Big news! On June 28th, the Consortium submitted its petition to the United States Department of Education (USDE or simply, as it is officially called, the ED) for Initial Recognition as a programmatic accrediting agency. The petition weighed as much as a block of granite – nearly 500 pages of exhibits and over 100 pages of text. You know the feeling when you have been working on a major, long term project — that feeling when the end is in sight? That’s how I’m feeling right now. The USDE is now reviewing our petition and requesting clarification as needed. In February, we will defend it in a public hearing before the National Advisory Committee on Institutional Quality and Integrity (NACIQI), a federally appointed review panel with 18 public members. We should hear a USDE decision sometime in June 2020. The end is in sight! And of course, another beginning.
When I joined the Consortium in November 2015, I was quite confident in my knowledge about accreditation – its purpose, its importance and how to do it. I’d led or consulted on over 20 accreditation reviews in the health sciences. My academic career was in behavioral science, with a focus on educational psychology. I’d spent two decades creating, reviewing, “rehabbing” and scaling up effective learning environments, mostly in postgraduate healthcare training. I believed that I was very well versed in accreditation.
In hindsight, one of the many gifts of this past four years has been a much deeper dive than I ever imagined into accreditation. It is all captured in that granite block of documentation – the solid foundation for action that characterizes the Consortium’s accreditation arm. The foundation of any accreditation agency is determined by the quality, rigor and integrity of its accreditation activities and decision-making. After careful consideration, we have made some changes to ensure that the Consortium remains on the forefront of postgraduate NP training and programmatic accreditation. Our Accreditation Committee has become the Accreditation Commission. We have expanded our Accreditation Policies and Procedures Manual to include the revised accreditation actions. We’ve also added policies on Notification of the Public, Substantive Change, Appeals and Grievances/Complaints. Click here to read the accompanying News Update that gives more detail about these changes.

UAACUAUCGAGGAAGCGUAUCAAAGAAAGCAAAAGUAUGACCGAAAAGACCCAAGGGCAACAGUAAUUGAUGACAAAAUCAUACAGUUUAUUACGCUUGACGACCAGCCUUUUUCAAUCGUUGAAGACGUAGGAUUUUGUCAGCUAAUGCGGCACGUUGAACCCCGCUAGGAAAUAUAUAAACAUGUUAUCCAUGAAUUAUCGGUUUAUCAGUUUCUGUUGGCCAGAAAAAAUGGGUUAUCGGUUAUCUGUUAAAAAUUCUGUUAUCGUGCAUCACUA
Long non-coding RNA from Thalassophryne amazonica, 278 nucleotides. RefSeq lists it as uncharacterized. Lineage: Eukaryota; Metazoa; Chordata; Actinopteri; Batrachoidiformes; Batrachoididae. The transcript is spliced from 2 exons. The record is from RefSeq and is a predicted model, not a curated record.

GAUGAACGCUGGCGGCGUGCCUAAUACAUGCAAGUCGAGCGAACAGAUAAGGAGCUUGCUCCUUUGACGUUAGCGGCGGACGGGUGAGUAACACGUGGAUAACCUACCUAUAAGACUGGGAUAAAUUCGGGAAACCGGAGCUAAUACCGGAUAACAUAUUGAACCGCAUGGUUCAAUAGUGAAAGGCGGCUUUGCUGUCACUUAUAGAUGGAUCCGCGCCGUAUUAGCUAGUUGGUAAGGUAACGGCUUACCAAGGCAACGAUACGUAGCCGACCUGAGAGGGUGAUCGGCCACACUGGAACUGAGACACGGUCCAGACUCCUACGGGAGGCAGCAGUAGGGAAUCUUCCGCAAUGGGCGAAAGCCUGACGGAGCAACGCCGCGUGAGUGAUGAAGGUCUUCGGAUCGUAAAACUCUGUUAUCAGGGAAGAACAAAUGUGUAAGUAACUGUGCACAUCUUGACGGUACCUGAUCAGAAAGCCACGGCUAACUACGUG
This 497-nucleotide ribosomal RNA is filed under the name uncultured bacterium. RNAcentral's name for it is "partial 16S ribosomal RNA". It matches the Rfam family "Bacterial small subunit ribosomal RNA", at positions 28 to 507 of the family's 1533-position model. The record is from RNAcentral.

The incredible display of shooting stars that occurred last week, the annual gift of the earth’s transit through the remains of the Perseid Meteor, reminds me of the Consortium. (I know, it’s a stretch, but stay with me here…) With the Perseids there are literally hundreds of ‘shooting stars’ streaking across the night skies, visible all across the globe. This year’s Perseids were paired with a huge full moon that cast its light across the heavens. However, every night of the year elusive streaks of light mark the paths of other astral remnants. They’re just not as visible or numerous.
As with the shooting stars, the NP postgraduate training movement is more and more visible, an impressive display and a quiet, systematic building of capacity that is always present. Consider the HRSA funding opportunity and the immediate national response. Consider the 2019 Consortium Annual Conference with participants from 28 states: program directors, academicians, clinicians, trainees, and executive leadership, all illuminate the growth of the field. In just over a decade we’ve gone from one to more than 70 postgrad nurse practitioner training programs in primary care, with over 650 NPs completing that extra year of training. The same trajectory is happening in specialty NP training. These are our shooting stars. Highlighting all that we have accomplished, shining a bright light across the nation, is the Consortium’s petition to the U.S. Department of Education for Initial Recognition as a programmatic accrediting agency.
Let’s celebrate a brilliant four years! Here’s to our continued success in blazing paths across the healthcare skies.